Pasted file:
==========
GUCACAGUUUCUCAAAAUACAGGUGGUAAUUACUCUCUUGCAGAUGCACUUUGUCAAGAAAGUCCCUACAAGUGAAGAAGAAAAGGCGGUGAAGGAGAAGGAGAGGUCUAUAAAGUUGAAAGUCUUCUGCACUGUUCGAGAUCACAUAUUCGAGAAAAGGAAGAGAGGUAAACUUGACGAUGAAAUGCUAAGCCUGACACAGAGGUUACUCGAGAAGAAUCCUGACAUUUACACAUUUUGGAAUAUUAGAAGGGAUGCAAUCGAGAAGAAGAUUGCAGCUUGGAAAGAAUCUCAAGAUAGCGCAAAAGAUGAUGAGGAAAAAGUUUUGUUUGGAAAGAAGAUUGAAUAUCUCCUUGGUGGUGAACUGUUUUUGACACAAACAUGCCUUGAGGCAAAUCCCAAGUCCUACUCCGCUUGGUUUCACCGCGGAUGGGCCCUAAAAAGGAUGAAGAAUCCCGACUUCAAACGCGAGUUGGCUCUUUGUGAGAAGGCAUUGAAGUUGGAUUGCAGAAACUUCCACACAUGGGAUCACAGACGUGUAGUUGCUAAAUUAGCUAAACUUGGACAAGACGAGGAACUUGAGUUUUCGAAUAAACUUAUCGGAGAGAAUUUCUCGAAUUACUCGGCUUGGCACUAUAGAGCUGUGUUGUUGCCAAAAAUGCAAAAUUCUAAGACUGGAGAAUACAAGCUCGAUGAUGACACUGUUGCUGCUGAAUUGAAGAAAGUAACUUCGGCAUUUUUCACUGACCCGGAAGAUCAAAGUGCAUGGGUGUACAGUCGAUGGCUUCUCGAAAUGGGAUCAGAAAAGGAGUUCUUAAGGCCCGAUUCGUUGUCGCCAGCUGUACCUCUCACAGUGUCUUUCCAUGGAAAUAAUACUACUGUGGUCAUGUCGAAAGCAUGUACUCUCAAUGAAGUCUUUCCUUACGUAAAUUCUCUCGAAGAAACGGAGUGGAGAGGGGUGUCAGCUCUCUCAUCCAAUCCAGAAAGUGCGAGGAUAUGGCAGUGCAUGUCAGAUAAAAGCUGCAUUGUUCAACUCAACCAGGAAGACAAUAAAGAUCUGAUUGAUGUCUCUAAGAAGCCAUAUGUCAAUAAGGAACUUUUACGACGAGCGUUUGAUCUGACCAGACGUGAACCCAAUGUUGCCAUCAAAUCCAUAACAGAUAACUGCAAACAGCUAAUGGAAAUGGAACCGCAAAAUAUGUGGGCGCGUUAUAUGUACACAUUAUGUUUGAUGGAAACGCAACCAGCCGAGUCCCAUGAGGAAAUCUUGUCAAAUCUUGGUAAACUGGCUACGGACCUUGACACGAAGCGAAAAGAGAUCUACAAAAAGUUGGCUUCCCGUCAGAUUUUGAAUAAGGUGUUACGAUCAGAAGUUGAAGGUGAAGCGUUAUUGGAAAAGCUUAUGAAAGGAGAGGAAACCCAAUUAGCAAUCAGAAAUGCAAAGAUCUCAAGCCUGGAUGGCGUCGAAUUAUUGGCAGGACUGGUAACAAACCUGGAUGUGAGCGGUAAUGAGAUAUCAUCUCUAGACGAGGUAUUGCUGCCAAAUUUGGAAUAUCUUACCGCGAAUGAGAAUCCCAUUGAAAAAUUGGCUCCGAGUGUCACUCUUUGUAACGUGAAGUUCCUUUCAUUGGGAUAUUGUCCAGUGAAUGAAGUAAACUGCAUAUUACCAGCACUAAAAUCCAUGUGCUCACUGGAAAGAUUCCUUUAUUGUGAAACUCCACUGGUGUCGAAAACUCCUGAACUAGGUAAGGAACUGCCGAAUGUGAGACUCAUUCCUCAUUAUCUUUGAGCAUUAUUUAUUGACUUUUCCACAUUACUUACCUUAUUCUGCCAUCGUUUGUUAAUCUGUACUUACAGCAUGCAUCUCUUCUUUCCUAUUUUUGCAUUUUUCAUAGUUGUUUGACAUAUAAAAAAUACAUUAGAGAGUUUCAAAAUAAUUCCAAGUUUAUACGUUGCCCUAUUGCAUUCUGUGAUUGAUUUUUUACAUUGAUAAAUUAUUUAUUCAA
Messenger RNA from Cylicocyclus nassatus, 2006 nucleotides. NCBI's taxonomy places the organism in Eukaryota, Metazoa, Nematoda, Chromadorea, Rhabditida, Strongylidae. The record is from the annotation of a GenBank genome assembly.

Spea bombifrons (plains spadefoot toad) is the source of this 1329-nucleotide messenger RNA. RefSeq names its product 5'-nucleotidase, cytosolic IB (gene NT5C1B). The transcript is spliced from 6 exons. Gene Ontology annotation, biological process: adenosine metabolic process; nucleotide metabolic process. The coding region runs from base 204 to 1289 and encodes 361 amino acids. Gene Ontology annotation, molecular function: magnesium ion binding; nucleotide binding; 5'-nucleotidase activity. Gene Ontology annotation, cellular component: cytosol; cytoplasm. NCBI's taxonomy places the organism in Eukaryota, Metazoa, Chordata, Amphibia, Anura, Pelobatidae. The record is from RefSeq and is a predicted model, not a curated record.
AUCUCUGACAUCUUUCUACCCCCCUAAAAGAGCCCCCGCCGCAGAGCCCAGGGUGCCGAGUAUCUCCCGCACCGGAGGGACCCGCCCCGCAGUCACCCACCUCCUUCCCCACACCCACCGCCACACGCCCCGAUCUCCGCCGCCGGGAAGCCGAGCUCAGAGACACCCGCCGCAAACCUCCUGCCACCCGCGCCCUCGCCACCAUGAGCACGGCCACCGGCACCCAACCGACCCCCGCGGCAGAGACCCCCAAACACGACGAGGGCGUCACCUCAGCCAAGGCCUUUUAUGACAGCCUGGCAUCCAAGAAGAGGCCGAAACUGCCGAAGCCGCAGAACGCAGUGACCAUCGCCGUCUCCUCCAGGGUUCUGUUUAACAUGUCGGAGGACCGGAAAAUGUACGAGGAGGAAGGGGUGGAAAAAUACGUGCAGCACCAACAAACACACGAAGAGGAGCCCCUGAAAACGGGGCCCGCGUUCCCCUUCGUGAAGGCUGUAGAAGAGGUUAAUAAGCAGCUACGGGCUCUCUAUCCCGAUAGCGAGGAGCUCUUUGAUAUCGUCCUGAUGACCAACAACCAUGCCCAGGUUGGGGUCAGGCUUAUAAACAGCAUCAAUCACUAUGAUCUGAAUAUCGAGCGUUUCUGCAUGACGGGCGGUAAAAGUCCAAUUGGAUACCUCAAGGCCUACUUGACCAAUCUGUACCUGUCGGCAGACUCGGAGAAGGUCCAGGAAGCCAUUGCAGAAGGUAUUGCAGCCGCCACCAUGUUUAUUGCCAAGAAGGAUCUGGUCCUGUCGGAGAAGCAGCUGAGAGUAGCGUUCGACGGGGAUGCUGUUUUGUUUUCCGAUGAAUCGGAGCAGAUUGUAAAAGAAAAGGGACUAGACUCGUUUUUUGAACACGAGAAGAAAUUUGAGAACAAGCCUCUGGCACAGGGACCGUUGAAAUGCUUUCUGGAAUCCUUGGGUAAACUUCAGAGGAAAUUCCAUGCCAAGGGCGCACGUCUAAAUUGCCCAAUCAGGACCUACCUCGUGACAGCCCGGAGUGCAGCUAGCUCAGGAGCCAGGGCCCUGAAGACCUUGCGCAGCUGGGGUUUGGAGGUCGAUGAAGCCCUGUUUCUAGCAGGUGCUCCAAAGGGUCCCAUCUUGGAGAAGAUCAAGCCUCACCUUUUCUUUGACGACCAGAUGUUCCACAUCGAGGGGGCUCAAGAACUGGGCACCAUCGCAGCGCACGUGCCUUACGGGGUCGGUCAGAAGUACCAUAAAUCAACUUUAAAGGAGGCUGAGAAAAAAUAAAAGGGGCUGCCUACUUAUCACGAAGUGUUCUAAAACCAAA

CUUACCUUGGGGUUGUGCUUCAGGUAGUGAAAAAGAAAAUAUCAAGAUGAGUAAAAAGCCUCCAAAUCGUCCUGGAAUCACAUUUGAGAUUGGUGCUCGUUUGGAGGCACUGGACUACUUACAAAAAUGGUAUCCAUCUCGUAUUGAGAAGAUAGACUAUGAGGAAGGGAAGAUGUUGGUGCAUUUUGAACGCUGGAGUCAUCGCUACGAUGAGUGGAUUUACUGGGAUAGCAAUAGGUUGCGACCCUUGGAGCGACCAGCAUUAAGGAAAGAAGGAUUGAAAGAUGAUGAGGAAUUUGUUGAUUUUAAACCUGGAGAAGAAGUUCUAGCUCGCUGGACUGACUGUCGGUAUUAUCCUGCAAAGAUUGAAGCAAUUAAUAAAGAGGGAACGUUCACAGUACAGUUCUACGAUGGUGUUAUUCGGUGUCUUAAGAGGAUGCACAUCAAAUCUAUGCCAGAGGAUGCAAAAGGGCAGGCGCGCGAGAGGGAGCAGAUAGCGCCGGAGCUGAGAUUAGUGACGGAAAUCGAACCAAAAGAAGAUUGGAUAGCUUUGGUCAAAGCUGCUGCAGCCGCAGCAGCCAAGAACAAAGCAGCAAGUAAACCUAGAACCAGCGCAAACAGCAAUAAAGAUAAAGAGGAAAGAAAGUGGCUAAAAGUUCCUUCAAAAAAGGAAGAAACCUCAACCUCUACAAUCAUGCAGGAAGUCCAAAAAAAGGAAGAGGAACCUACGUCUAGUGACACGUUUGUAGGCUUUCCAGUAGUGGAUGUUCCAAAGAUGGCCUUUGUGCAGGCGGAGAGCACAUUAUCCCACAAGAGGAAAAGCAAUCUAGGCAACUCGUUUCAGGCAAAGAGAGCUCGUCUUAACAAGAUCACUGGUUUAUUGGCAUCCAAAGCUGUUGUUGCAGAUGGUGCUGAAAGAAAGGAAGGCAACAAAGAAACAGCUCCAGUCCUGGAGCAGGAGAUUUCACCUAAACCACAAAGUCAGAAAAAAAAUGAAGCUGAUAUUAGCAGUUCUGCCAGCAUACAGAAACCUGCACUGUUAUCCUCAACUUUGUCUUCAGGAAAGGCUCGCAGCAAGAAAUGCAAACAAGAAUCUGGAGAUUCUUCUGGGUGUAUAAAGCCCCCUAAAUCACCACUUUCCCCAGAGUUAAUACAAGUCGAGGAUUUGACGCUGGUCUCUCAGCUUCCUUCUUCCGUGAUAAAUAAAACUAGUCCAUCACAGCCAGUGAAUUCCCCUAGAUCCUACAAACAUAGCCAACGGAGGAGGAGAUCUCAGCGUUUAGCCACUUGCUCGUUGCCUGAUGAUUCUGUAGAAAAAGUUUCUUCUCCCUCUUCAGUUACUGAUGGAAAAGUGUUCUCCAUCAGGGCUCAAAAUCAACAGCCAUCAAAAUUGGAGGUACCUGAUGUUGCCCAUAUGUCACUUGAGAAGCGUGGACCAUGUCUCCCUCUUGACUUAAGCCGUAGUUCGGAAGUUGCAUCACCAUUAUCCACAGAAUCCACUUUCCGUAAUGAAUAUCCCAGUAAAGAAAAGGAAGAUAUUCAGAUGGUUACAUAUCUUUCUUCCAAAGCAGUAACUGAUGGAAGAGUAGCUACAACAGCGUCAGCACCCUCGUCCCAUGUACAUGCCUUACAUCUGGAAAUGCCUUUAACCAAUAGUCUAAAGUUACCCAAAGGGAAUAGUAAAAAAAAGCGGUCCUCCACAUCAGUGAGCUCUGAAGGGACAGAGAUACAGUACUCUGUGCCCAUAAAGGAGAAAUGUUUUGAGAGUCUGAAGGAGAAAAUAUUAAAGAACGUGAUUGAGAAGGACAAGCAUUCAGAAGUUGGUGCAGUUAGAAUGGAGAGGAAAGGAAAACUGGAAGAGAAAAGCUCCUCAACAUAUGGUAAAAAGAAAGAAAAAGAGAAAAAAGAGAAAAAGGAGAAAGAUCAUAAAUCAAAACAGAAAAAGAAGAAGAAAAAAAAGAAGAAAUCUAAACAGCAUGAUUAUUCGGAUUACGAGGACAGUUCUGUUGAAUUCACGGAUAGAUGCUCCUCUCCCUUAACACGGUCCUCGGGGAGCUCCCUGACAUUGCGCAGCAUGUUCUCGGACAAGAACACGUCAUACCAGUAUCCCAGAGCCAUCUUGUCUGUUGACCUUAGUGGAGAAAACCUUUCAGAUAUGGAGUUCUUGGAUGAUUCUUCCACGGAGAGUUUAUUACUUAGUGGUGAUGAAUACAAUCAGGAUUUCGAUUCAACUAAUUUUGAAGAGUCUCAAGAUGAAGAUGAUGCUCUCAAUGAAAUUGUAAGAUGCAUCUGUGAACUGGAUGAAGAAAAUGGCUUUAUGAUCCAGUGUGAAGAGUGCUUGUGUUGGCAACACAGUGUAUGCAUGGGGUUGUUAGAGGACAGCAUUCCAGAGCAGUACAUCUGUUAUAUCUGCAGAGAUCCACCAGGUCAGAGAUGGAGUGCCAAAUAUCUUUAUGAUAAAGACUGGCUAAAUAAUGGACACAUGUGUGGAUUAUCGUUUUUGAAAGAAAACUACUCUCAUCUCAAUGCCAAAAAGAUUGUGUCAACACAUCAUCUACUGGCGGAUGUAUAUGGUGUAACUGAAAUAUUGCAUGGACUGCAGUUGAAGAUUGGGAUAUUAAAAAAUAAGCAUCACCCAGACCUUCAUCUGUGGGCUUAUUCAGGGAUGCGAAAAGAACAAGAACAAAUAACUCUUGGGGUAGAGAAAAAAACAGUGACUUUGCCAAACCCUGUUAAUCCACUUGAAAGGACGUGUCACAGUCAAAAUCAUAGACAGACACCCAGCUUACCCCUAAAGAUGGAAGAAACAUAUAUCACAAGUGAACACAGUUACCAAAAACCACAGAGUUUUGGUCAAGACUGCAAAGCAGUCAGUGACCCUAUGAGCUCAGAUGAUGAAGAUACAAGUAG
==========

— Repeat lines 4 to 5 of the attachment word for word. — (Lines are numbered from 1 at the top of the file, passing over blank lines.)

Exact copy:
AUCUCUGACAUCUUUCUACCCCCCUAAAAGAGCCCCCGCCGCAGAGCCCAGGGUGCCGAGUAUCUCCCGCACCGGAGGGACCCGCCCCGCAGUCACCCACCUCCUUCCCCACACCCACCGCCACACGCCCCGAUCUCCGCCGCCGGGAAGCCGAGCUCAGAGACACCCGCCGCAAACCUCCUGCCACCCGCGCCCUCGCCACCAUGAGCACGGCCACCGGCACCCAACCGACCCCCGCGGCAGAGACCCCCAAACACGACGAGGGCGUCACCUCAGCCAAGGCCUUUUAUGACAGCCUGGCAUCCAAGAAGAGGCCGAAACUGCCGAAGCCGCAGAACGCAGUGACCAUCGCCGUCUCCUCCAGGGUUCUGUUUAACAUGUCGGAGGACCGGAAAAUGUACGAGGAGGAAGGGGUGGAAAAAUACGUGCAGCACCAACAAACACACGAAGAGGAGCCCCUGAAAACGGGGCCCGCGUUCCCCUUCGUGAAGGCUGUAGAAGAGGUUAAUAAGCAGCUACGGGCUCUCUAUCCCGAUAGCGAGGAGCUCUUUGAUAUCGUCCUGAUGACCAACAACCAUGCCCAGGUUGGGGUCAGGCUUAUAAACAGCAUCAAUCACUAUGAUCUGAAUAUCGAGCGUUUCUGCAUGACGGGCGGUAAAAGUCCAAUUGGAUACCUCAAGGCCUACUUGACCAAUCUGUACCUGUCGGCAGACUCGGAGAAGGUCCAGGAAGCCAUUGCAGAAGGUAUUGCAGCCGCCACCAUGUUUAUUGCCAAGAAGGAUCUGGUCCUGUCGGAGAAGCAGCUGAGAGUAGCGUUCGACGGGGAUGCUGUUUUGUUUUCCGAUGAAUCGGAGCAGAUUGUAAAAGAAAAGGGACUAGACUCGUUUUUUGAACACGAGAAGAAAUUUGAGAACAAGCCUCUGGCACAGGGACCGUUGAAAUGCUUUCUGGAAUCCUUGGGUAAACUUCAGAGGAAAUUCCAUGCCAAGGGCGCACGUCUAAAUUGCCCAAUCAGGACCUACCUCGUGACAGCCCGGAGUGCAGCUAGCUCAGGAGCCAGGGCCCUGAAGACCUUGCGCAGCUGGGGUUUGGAGGUCGAUGAAGCCCUGUUUCUAGCAGGUGCUCCAAAGGGUCCCAUCUUGGAGAAGAUCAAGCCUCACCUUUUCUUUGACGACCAGAUGUUCCACAUCGAGGGGGCUCAAGAACUGGGCACCAUCGCAGCGCACGUGCCUUACGGGGUCGGUCAGAAGUACCAUAAAUCAACUUUAAAGGAGGCUGAGAAAAAAUAAAAGGGGCUGCCUACUUAUCACGAAGUGUUCUAAAACCAAA

CUUACCUUGGGGUUGUGCUUCAGGUAGUGAAAAAGAAAAUAUCAAGAUGAGUAAAAAGCCUCCAAAUCGUCCUGGAAUCACAUUUGAGAUUGGUGCUCGUUUGGAGGCACUGGACUACUUACAAAAAUGGUAUCCAUCUCGUAUUGAGAAGAUAGACUAUGAGGAAGGGAAGAUGUUGGUGCAUUUUGAACGCUGGAGUCAUCGCUACGAUGAGUGGAUUUACUGGGAUAGCAAUAGGUUGCGACCCUUGGAGCGACCAGCAUUAAGGAAAGAAGGAUUGAAAGAUGAUGAGGAAUUUGUUGAUUUUAAACCUGGAGAAGAAGUUCUAGCUCGCUGGACUGACUGUCGGUAUUAUCCUGCAAAGAUUGAAGCAAUUAAUAAAGAGGGAACGUUCACAGUACAGUUCUACGAUGGUGUUAUUCGGUGUCUUAAGAGGAUGCACAUCAAAUCUAUGCCAGAGGAUGCAAAAGGGCAGGCGCGCGAGAGGGAGCAGAUAGCGCCGGAGCUGAGAUUAGUGACGGAAAUCGAACCAAAAGAAGAUUGGAUAGCUUUGGUCAAAGCUGCUGCAGCCGCAGCAGCCAAGAACAAAGCAGCAAGUAAACCUAGAACCAGCGCAAACAGCAAUAAAGAUAAAGAGGAAAGAAAGUGGCUAAAAGUUCCUUCAAAAAAGGAAGAAACCUCAACCUCUACAAUCAUGCAGGAAGUCCAAAAAAAGGAAGAGGAACCUACGUCUAGUGACACGUUUGUAGGCUUUCCAGUAGUGGAUGUUCCAAAGAUGGCCUUUGUGCAGGCGGAGAGCACAUUAUCCCACAAGAGGAAAAGCAAUCUAGGCAACUCGUUUCAGGCAAAGAGAGCUCGUCUUAACAAGAUCACUGGUUUAUUGGCAUCCAAAGCUGUUGUUGCAGAUGGUGCUGAAAGAAAGGAAGGCAACAAAGAAACAGCUCCAGUCCUGGAGCAGGAGAUUUCACCUAAACCACAAAGUCAGAAAAAAAAUGAAGCUGAUAUUAGCAGUUCUGCCAGCAUACAGAAACCUGCACUGUUAUCCUCAACUUUGUCUUCAGGAAAGGCUCGCAGCAAGAAAUGCAAACAAGAAUCUGGAGAUUCUUCUGGGUGUAUAAAGCCCCCUAAAUCACCACUUUCCCCAGAGUUAAUACAAGUCGAGGAUUUGACGCUGGUCUCUCAGCUUCCUUCUUCCGUGAUAAAUAAAACUAGUCCAUCACAGCCAGUGAAUUCCCCUAGAUCCUACAAACAUAGCCAACGGAGGAGGAGAUCUCAGCGUUUAGCCACUUGCUCGUUGCCUGAUGAUUCUGUAGAAAAAGUUUCUUCUCCCUCUUCAGUUACUGAUGGAAAAGUGUUCUCCAUCAGGGCUCAAAAUCAACAGCCAUCAAAAUUGGAGGUACCUGAUGUUGCCCAUAUGUCACUUGAGAAGCGUGGACCAUGUCUCCCUCUUGACUUAAGCCGUAGUUCGGAAGUUGCAUCACCAUUAUCCACAGAAUCCACUUUCCGUAAUGAAUAUCCCAGUAAAGAAAAGGAAGAUAUUCAGAUGGUUACAUAUCUUUCUUCCAAAGCAGUAACUGAUGGAAGAGUAGCUACAACAGCGUCAGCACCCUCGUCCCAUGUACAUGCCUUACAUCUGGAAAUGCCUUUAACCAAUAGUCUAAAGUUACCCAAAGGGAAUAGUAAAAAAAAGCGGUCCUCCACAUCAGUGAGCUCUGAAGGGACAGAGAUACAGUACUCUGUGCCCAUAAAGGAGAAAUGUUUUGAGAGUCUGAAGGAGAAAAUAUUAAAGAACGUGAUUGAGAAGGACAAGCAUUCAGAAGUUGGUGCAGUUAGAAUGGAGAGGAAAGGAAAACUGGAAGAGAAAAGCUCCUCAACAUAUGGUAAAAAGAAAGAAAAAGAGAAAAAAGAGAAAAAGGAGAAAGAUCAUAAAUCAAAACAGAAAAAGAAGAAGAAAAAAAAGAAGAAAUCUAAACAGCAUGAUUAUUCGGAUUACGAGGACAGUUCUGUUGAAUUCACGGAUAGAUGCUCCUCUCCCUUAACACGGUCCUCGGGGAGCUCCCUGACAUUGCGCAGCAUGUUCUCGGACAAGAACACGUCAUACCAGUAUCCCAGAGCCAUCUUGUCUGUUGACCUUAGUGGAGAAAACCUUUCAGAUAUGGAGUUCUUGGAUGAUUCUUCCACGGAGAGUUUAUUACUUAGUGGUGAUGAAUACAAUCAGGAUUUCGAUUCAACUAAUUUUGAAGAGUCUCAAGAUGAAGAUGAUGCUCUCAAUGAAAUUGUAAGAUGCAUCUGUGAACUGGAUGAAGAAAAUGGCUUUAUGAUCCAGUGUGAAGAGUGCUUGUGUUGGCAACACAGUGUAUGCAUGGGGUUGUUAGAGGACAGCAUUCCAGAGCAGUACAUCUGUUAUAUCUGCAGAGAUCCACCAGGUCAGAGAUGGAGUGCCAAAUAUCUUUAUGAUAAAGACUGGCUAAAUAAUGGACACAUGUGUGGAUUAUCGUUUUUGAAAGAAAACUACUCUCAUCUCAAUGCCAAAAAGAUUGUGUCAACACAUCAUCUACUGGCGGAUGUAUAUGGUGUAACUGAAAUAUUGCAUGGACUGCAGUUGAAGAUUGGGAUAUUAAAAAAUAAGCAUCACCCAGACCUUCAUCUGUGGGCUUAUUCAGGGAUGCGAAAAGAACAAGAACAAAUAACUCUUGGGGUAGAGAAAAAAACAGUGACUUUGCCAAACCCUGUUAAUCCACUUGAAAGGACGUGUCACAGUCAAAAUCAUAGACAGACACCCAGCUUACCCCUAAAGAUGGAAGAAACAUAUAUCACAAGUGAACACAGUUACCAAAAACCACAGAGUUUUGGUCAAGACUGCAAAGCAGUCAGUGACCCUAUGAGCUCAGAUGAUGAAGAUACAAGUAG